Settle: To be honest with you, I really am not a musical theatre performer. I'm more an R&B singer and have been doing that my whole life. My mother is — well, was — also an R&B singer, in New Zealand — she's a native of New Zealand — and did a lot of Dusty Springfield as well, stuff like that, and it kind of passed on in our family because it's a cultural thing, because all of us sing. But, I guess for me, I got into musical theatre really late in the game because I didn't really know you could do it because I was too busy wanting to sing backup or doing studio work singing chorus stuff, and singing backup for Gladys Knight in Vegas — because I was living in Vegas for a while, very briefly. The funny thing was that I remember reading they had an audition for Hairspray, and I wanted to be one of the Dynamites. [Laughs.] That's how clue-free I was — just so you know. I went into an open call in Los Angeles and went, "I'm going to come out being a Dynamite because I'm going to blow this out of the water! I couldn't be more black, trust and believe." [Laughs.] And, I walked in there and came out — eight auditions later — being the standby for Tracy Turnblad. And, I thought, "What is going on?" … All the way to the first day of rehearsals, I figured they had 24 hours to fire me and say this is a joke because I don't get it, but if you get it, then I'm good. [Laughs.] That was the last person I wanted to play.

Question: Did you end up taking that role? Did you get to go on…
Settle: I did! I went on quite frequently, and finally the girl that I was the standby for — she was transferred to New York, and then I just took over her spot. That was six months in, and I finished out the tour.

Question: What was that like for you, stepping into the world of musical theatre?
Settle: It was scary because it was my very, very first big thing, and I didn't know how to live in that world. I mean, I'd done bits and pieces of musical theatre, which was really like R&B stuff, in Vegas, but it was never the real thing. I went from nothing to everything, and I didn't handle it very well and ended up getting really sick. And, once the show ended, I had to leave the business for a few years and kind of get myself back together and in order.

In the interim, during those years, because I had spent so much time with stagehands on the road, they ended up looking after me the last year, and so I kind of started getting into their industry… Because I didn't want to leave the stage completely… I wanted to be a part of it, and so I talked to as many people as I could, who were sound designers — asking them, "Where did you guys work?" They do all these out-of-town shows in La Jolla or San Diego, and I thought, "Well, maybe I'll just go over there," and I got in the car and drove one way to see what would happen — and that was working with all these great designers… All these people that were teaching me and, at the same time, keeping me alive because it was the only thing I wanted to do.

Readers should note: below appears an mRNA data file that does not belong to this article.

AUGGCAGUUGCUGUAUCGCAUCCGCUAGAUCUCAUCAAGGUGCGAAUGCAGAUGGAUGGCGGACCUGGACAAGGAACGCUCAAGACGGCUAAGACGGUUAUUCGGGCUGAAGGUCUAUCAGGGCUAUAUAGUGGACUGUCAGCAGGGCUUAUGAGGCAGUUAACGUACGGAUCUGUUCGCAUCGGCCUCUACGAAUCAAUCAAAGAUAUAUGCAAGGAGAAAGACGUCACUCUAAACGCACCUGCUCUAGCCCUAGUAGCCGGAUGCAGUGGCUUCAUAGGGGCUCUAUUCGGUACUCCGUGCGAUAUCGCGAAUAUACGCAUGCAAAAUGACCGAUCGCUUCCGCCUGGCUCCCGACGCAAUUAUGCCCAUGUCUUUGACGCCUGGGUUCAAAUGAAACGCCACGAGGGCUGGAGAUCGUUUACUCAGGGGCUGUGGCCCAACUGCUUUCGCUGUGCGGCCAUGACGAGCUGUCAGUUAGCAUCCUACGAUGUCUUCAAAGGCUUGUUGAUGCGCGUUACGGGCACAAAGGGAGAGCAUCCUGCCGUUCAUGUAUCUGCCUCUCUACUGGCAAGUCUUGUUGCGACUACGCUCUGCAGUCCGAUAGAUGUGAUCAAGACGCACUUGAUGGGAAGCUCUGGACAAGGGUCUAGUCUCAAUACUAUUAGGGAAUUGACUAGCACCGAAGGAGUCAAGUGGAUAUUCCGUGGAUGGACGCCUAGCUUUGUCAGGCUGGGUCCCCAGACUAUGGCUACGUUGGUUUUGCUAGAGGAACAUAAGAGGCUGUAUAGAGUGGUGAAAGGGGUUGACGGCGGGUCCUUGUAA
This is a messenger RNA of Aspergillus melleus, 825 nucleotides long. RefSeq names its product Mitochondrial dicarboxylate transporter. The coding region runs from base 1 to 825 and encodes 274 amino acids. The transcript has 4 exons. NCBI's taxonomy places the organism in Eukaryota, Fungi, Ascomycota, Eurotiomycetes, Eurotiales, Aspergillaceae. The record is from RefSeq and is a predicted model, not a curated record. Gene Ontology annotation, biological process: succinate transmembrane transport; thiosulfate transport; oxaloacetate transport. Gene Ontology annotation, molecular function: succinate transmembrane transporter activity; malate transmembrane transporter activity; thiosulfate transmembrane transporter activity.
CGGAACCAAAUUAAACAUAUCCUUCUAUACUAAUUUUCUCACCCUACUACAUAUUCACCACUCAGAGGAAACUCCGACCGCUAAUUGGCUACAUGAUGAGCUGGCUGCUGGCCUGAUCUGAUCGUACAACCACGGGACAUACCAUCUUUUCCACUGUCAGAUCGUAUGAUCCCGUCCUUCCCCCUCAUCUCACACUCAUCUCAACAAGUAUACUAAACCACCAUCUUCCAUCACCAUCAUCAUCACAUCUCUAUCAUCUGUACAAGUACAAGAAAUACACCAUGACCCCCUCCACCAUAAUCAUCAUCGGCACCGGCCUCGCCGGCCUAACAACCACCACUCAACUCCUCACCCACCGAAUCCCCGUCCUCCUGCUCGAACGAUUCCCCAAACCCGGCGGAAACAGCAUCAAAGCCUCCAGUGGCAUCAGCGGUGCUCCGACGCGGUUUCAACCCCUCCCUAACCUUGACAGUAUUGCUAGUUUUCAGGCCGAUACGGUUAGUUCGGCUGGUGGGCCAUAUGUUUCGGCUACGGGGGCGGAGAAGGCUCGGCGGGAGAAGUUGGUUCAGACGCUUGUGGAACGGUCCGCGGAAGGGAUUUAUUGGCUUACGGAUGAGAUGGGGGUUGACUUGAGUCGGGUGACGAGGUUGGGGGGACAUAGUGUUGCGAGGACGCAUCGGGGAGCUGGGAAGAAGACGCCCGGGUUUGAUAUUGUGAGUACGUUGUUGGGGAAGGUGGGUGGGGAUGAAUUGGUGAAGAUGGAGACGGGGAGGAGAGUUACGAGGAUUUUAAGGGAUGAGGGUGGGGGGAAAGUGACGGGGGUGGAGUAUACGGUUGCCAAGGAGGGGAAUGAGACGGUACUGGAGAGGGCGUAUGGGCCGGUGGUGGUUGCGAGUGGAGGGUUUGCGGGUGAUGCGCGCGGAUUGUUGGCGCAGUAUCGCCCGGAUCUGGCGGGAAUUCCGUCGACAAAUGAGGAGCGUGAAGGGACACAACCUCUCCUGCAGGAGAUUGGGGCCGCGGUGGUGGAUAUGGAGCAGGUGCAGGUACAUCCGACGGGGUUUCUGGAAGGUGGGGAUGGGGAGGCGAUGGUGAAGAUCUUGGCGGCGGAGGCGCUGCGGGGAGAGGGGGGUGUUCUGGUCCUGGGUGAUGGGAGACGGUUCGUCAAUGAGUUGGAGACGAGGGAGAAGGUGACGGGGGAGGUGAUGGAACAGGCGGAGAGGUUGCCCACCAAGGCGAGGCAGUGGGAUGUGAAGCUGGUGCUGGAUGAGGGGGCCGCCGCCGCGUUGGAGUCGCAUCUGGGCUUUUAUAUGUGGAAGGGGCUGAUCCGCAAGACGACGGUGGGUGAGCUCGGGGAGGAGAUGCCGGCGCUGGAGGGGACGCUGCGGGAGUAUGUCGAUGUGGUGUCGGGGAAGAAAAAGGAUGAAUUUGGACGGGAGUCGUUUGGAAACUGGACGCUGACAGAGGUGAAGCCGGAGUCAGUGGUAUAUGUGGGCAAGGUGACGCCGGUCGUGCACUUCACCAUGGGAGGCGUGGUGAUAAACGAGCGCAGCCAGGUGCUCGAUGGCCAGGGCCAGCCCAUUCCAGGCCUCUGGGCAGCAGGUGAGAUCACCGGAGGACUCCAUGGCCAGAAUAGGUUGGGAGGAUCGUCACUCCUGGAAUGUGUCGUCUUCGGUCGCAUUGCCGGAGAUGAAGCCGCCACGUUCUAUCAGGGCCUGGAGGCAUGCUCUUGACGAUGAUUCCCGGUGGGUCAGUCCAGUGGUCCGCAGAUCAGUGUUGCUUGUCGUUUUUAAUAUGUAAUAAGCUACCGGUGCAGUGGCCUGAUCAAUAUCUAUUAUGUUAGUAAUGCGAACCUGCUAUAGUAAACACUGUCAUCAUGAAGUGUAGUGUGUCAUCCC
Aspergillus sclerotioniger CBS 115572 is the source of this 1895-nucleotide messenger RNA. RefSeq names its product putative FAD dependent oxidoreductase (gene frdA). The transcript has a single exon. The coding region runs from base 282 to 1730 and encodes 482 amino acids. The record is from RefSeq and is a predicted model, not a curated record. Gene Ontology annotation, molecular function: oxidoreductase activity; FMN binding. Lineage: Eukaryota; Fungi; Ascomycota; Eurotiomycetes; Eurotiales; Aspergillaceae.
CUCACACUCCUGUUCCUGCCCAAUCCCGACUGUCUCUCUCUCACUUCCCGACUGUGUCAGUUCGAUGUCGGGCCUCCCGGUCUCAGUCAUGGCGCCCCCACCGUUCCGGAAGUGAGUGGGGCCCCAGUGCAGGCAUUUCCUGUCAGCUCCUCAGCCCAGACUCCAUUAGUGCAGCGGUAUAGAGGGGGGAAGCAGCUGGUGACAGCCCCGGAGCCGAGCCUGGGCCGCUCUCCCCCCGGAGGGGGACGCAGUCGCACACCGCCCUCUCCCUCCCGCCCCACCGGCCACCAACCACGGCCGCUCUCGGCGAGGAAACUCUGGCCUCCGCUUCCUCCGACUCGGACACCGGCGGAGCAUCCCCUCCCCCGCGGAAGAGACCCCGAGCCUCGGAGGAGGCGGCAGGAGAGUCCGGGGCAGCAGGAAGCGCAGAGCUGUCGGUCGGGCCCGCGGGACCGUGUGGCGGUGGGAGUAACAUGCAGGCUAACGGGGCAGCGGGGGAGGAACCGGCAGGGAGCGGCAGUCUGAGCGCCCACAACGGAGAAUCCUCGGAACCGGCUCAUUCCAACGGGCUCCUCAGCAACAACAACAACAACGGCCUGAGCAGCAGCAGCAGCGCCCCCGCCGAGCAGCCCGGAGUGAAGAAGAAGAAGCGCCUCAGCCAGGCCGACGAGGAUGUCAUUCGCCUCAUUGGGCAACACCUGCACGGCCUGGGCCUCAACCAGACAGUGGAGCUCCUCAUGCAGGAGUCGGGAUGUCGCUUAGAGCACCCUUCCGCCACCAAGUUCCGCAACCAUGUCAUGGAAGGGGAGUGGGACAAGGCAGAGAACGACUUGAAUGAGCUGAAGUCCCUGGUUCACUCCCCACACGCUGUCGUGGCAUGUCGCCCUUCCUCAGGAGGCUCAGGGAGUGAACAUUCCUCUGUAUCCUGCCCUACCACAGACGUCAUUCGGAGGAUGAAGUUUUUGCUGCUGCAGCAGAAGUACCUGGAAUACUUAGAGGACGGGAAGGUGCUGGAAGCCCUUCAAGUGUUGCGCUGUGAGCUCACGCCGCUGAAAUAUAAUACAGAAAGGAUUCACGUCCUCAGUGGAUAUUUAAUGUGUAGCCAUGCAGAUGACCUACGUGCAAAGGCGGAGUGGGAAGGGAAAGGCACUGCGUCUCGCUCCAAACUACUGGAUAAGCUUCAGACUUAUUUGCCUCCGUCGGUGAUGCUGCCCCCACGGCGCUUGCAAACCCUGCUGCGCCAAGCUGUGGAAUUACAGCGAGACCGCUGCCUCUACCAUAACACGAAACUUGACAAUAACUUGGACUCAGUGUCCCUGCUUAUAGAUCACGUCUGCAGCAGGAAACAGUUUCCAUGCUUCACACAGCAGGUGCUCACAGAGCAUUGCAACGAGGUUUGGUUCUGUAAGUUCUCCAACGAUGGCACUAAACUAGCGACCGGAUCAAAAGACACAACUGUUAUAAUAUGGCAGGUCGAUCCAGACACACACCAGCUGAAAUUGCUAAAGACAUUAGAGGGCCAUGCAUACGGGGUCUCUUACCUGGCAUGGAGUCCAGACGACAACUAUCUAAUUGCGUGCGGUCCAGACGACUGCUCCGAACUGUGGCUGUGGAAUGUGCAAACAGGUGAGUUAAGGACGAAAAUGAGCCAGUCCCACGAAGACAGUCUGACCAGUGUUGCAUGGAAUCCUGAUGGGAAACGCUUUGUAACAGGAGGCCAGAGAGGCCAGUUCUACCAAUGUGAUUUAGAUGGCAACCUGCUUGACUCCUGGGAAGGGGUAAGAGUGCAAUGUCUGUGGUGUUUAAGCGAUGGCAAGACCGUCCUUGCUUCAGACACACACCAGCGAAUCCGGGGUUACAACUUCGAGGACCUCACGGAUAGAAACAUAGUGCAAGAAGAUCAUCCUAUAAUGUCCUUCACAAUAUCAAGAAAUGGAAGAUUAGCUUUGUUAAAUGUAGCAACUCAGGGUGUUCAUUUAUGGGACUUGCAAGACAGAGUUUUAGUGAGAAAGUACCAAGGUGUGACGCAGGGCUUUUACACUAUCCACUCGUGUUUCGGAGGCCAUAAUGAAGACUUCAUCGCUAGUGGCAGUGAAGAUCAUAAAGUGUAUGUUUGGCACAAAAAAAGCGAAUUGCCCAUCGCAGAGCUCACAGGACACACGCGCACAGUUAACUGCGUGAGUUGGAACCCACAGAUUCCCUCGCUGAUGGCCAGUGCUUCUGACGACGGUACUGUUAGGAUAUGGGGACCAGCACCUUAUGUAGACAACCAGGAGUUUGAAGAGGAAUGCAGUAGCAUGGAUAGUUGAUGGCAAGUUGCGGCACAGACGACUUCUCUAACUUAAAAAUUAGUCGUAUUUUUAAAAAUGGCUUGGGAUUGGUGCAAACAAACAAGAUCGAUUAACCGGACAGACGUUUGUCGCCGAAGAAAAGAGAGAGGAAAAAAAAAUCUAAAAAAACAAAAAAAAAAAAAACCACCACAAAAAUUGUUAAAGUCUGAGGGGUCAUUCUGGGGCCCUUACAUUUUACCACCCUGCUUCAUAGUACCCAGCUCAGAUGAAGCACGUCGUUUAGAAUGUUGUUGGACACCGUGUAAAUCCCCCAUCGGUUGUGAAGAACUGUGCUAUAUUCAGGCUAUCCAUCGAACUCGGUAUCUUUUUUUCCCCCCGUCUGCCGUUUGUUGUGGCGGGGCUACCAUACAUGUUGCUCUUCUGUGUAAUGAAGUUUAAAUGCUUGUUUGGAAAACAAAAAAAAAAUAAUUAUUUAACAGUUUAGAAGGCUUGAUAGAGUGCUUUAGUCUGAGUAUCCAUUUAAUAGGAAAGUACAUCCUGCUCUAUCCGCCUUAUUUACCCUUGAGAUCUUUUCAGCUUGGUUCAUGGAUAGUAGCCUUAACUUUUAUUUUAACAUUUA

I did that for a couple years, and I finally saw that they were doing some production of South Pacific somewhere — in Texas or something — and I was like, "Maybe I'll just go do that real quick to see if I still have anything, and I found out that it was the Lincoln Center production," and that was it. I got called in, and came back.

Settle in South Pacific.
photo by Peter Coombs

Question: What was it like for you coming back?
Settle: It was scary. It was really, really, really, really scary — to the point where I had to pull the director aside and said, "I can't do this. I can't come back to this." I had forgotten how different the world is — the two different worlds are… From being a member of IATSE to being a member of Actors' Equity — they're so completely different. We work together towards the same goal, but the mindset is completely different, and I didn't know if I could do it.

Question: What was it like for you getting to Broadway with Priscilla?
Settle: I was scared because I wasn't originally a fan of this city. I mean, I was raised on a rock in the middle of the Pacific Ocean… You walk off the plane in Hawaii, you get a lei and a hug — completely different — but, you know, I could live in that world and say, "I hate that, I hate that, I hate that." Or, I could just roll with it and be me. I just do that, hopefully… [Laughs.]

Question: Last question. How has audience reaction been to this show so far?
Settle: I think it's been fantastic. I think a lot of them were expecting something completely different, and, you know, by the time intermission hits, they're all looking at each other going, "Oh my gosh, I can't believe this is happening!" [Laughs.] The music that we're singing — it's like a rock concert. It's a dream… We have old-school people in the pit… We have serious rockers in the house, and it's fun to have them a part of our show.

[The Brooks Atkinson is at 256 W. 47th Street. Tickets range from $55-$155, and are available at the Brooks Atkinson Theatre box office and at Ticketmaster.com or at (877) 250-2929. For more information, visit handsonahardbody.com.]

Well, that's all for now. Happy diva-watching! E-mail questions or comments to agans@playbill.com.